On the news that the Farrelly Bros. are going to make a Three Stooges movie, I had two thoughts. First: Well, maybe now the Three Stooges will actually be funny. Second: Oh wait, not directed by the Farrellys, they won't.
Bobby and Peter Farrelly are the Rhode Island brothers who rose to fame with Dumb & Dumber in 1994, achieved superstar status with There's Something About Mary in 1998 ... and have done almost nothing but strike out ever since. They've written and directed four films in the ensuing decade (plus Osmosis Jones and Fever Pitch, which they directed from other people's screenplays), and only their first post-Mary project, Me, Myself & Irene, has been any good.
They always have their moments, of course. Shallow Hal managed to squeeze out a few chuckles before turning sappy and P.C. The lunacy of Matt Damon and Greg Kinnear as Siamese twins in Stuck on You made the film watchable, but the comedy was genteel and toothless. The Farrellys tried to return to their gross-out roots with 2007's Heartbreak Kid, but all they succeeded at was reminding us how many funnier R-rated comedies we'd already seen that year.
Now Variety reports that the Farrellys are making a feature-length Three Stooges film. It will not be a biopic, i.e., a behind-the-scenes look at the Stooges of the 1930s and '40s. Instead, it will be a collection of three brand-new 25-minute Stooges shorts, just like they used to make in the old days, though obviously with new actors as Larry, Moe and Curly.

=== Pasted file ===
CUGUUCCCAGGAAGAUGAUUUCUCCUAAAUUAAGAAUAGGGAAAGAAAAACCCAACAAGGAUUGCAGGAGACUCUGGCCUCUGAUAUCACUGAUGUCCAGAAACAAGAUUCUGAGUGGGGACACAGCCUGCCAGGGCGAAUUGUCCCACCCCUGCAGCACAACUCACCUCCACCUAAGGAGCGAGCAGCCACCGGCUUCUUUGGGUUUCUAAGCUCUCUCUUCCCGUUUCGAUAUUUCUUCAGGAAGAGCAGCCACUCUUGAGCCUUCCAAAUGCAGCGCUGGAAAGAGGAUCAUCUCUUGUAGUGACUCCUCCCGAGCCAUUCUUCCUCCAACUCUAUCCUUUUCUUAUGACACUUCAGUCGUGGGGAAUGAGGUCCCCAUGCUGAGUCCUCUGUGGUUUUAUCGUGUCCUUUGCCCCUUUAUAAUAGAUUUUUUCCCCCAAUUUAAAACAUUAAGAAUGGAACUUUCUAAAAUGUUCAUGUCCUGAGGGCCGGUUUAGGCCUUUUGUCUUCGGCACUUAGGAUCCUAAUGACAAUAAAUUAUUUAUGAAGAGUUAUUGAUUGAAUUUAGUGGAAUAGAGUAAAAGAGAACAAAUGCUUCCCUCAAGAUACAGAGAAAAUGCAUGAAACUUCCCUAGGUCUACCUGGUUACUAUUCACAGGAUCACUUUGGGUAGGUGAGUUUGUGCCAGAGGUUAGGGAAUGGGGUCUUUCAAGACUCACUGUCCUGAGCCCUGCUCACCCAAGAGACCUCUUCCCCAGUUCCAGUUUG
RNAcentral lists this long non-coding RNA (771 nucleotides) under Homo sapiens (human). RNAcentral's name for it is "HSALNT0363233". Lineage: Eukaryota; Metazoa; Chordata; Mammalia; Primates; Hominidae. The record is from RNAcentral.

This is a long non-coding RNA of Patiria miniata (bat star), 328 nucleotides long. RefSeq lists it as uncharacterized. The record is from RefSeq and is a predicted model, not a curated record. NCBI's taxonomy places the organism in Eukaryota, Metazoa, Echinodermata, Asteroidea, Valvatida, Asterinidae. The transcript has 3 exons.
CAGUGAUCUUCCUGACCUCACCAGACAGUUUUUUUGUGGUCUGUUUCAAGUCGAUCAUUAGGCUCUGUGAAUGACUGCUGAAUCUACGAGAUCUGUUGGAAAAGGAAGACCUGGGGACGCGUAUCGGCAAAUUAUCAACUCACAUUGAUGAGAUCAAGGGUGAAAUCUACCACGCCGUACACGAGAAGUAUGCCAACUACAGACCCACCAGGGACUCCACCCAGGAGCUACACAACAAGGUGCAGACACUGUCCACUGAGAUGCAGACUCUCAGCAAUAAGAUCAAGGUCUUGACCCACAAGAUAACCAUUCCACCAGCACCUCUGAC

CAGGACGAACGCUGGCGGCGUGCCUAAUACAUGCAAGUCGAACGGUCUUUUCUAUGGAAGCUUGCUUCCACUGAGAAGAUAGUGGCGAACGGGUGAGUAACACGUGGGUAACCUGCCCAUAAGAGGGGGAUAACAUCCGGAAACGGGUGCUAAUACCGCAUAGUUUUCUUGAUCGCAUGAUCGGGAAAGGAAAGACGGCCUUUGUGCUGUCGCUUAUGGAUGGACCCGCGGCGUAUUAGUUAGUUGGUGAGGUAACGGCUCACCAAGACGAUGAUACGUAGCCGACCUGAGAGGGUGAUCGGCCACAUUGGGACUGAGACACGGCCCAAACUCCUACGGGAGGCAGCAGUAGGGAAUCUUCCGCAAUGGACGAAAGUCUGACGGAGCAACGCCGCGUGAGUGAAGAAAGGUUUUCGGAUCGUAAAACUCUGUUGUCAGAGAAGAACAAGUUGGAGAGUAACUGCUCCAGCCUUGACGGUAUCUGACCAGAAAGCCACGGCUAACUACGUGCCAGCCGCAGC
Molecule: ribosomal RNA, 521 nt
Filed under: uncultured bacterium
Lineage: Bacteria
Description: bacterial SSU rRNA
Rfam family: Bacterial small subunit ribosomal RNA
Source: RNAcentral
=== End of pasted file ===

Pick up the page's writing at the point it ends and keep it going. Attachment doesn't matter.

(You know what would be awesome, though? If they used the reanimated corpses of the original actors. When will revivification technology catch up with the demands of modern filmmaking?)
While the trio's gift for physical comedy is undeniable, I never found the Stooges to be particularly funny. For me, a little nose-tweaking and face-slapping goes a long way. The idea of watching 90 minutes of it -- and not even by the original masters but by some imitators -- is not appealing in the slightest. It sounds, you'll pardon the expression, like a poke in the eye.
And the Farrellys? Oy vey. The Stooges became legends through their short films. The Farrellys, on the other hand, have never made a film that wasn't too long. They're always around 115 minutes, and they always feel like they should have been 90. These are not the guys to put in charge of something meant to be short, snappy, and energetic (or, if their recent work is any indication, funny).
So who should make the new Three Stooges movie? Um, how about no one? How does that grab you? If you want to introduce the Stooges' genius to a new generation, there's this thing called "DVD" that allows you to watch old movies in the comfort of your own home. The Farrellys have professed a love for the Stooges and said they want to do this as a tribute to them. I always find that rationale illogical: "We love them so much that we want to create an inferior imitation of them! We want to spread our love for the Stooges by completely ruining whatever it was that people liked about them!" I always say, if you love something, leave it the hell alone.
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Eric D. Snider's website makes you feel like you ducked to avoid getting hit with the plank of wood, only to have it strike you in the back of the head when it comes back the other way.